Animal House – Interview – 2016

With its bustling and supportive live scene, bands are drawn from all over the place to come and set up camp in Brighton. But few have travelled quiet as far as Animal House. Hailing originally from Brisbane, Australia, the band has made Brighton their adopted home, and we’re sure glad they chose us. Animal House boil down all the best bits of mid-noughties indie-rock: the stomping rhythms of Kings of Leon and the smart, compact riffs of The Strokes. Harking back to the time of indie-discos, drain pipes and before Chris Moyles was an NME cover star. At their core, however, Animal House are a pop band. In thrall to the timeless art of the perfectly crated, three-and-a-half-minute pop song. And they’re certainly ones for mastering their craft. We sat down with the band, rhythm guitarist Jack, drummer Nick, singer and bassist Will, and lead guitarist Jean Marc to talk about visas, going out in Australia vs England and attempting to get a sponsorship from Foster’s.

You guys were away at the beginning of the year. How long was that for?
Jack – four months?

Will – We had a visa crisis.

Jack – Actually what happened was that Will stayed here… he just kicked all three of us out and we begged to come back.

Will – I ratted on them. I have a five-year ancestor visa while the other guys only had two-year youth mobility ones. So they had to apply for an ’exceptional talent’

Jack – So it says on our passport ‘exceptional talent’, which looks impressive.

So what do you have to do to prove you’re an exceptional talent?
Jack – Not show them any of our music.

Nick – No that’s not important.

Jack – Our application was just all of the shows we’ve played, festival appearances and any media and bundle it all and try and make it look nice.

Nick – About a hundred pages of blogs and reviews.

Will – Really rock and roll stuff.

Jack – They rejected us to start with so Will wrote a giant appeal letter because the rejection was really baseless so then they just sent back, “Yeah, alright then!”

What was in the appeal?
Will – It was something like ‘please, please, please let us back in’. (laughs) It was just calling them out on where they didn’t follow the criteria. It was funny because our appeal must have been about four pages long and they sent back probably three sentences. I thought it was going to be more grandiose.

That’s a lot of work to get back here. What do you think it is about Brighton that means you couldn’t just carry on the band back in Brisbane?
Jack – Brisbane’s got about two million people but with a music scene roughly the size of Brighton’s. Only the students go out on weekdays so once you’re not a student anymore there’s nowhere to go.

Will – I can remember arriving here the first week and looking on Brighton Noise (ed. Other Brighton based music blogs are available) and just trying to find out about gigs and going to Jack, “Jack! There’s a gig on Monday! And there’s a gig on Tuesday! and on Wednesday!”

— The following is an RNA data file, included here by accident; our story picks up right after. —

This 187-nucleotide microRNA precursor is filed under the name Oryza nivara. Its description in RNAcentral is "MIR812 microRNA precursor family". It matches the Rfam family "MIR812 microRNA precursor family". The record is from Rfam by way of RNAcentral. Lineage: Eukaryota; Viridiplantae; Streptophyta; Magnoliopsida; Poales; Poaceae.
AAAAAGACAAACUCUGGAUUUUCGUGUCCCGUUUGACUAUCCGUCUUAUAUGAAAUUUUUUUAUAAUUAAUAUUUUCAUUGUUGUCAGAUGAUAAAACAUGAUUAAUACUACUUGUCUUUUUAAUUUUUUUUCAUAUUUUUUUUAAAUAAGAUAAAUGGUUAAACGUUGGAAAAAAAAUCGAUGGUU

Nick – And the fact you can go to most of them for free was just mind blowing. So we would just go see anybody because it doesn’t matter, it’s free!

Jean Marc – Europe’s on our doorstep and we don’t have to drive ten hours to get anywhere.

Jack – We don’t condone free gigs by the way. (All laugh).

Will – Never, never. If you want to tour in Australia it’s like ten hours between capital cities, it’s just so expensive.

Nick – And people don’t go to Asia and places like Singapore to tour.

Will – Although people are doing that now. We missed a trick there.

Jack – Haven’t missed it yet. It’s not just the music but it’s a really cool and vibrant town with good people. We made a group of friends within weeks. Although I think it helps that we’re Australian.

You still trying to keep up with seeing gigs? Anything that made a big impression?
Will – While these guys were away I saw heaps of shows.

Jack – We practice four times a week and work in restaurants to pay bills. So the gigs that I go to are the ones I feel I have to go to. We’ve got a great studio we’re all walking distance from. We got it just as our gear was arriving on a boat. So we picked it up from the port at Southampton and drove it straight to the room.

Will – Allusondrugs. Every now and then you see a frontman who is just crushing it.

You had your homecoming gig a couple of months back. Did it feel like a warm welcome back?
Nick – We played for like an hour! People were exhausted but they stood through it. So it’s good we have fans that are still here by the time we came back.

Will – There was a little bit of pressure because it felt like we hadn’t played as much as we could’ve because we were separated.

Jack – We hadn’t played together for five months. Not that was the first time we played.

Will – We got a couple of rehearsals in beforehand.

I hear a lot of my own youth in your sound, that mid-noughties indie sound. What did you guys grow up listening to? Or bond over when you first started the band?
Nick – The Strokes, Kings of Leon, Arctic Monkeys. Youth and Young Manhood was the album. I was the last one to join the band and all I knew about them was that album. So I just played like that and it just fitted so well together. It just worked out surprisingly well.

Will – Guitar bands playing pop music that people don’t realise is pop music. But it has that structure to it.

How was the tour you did in England?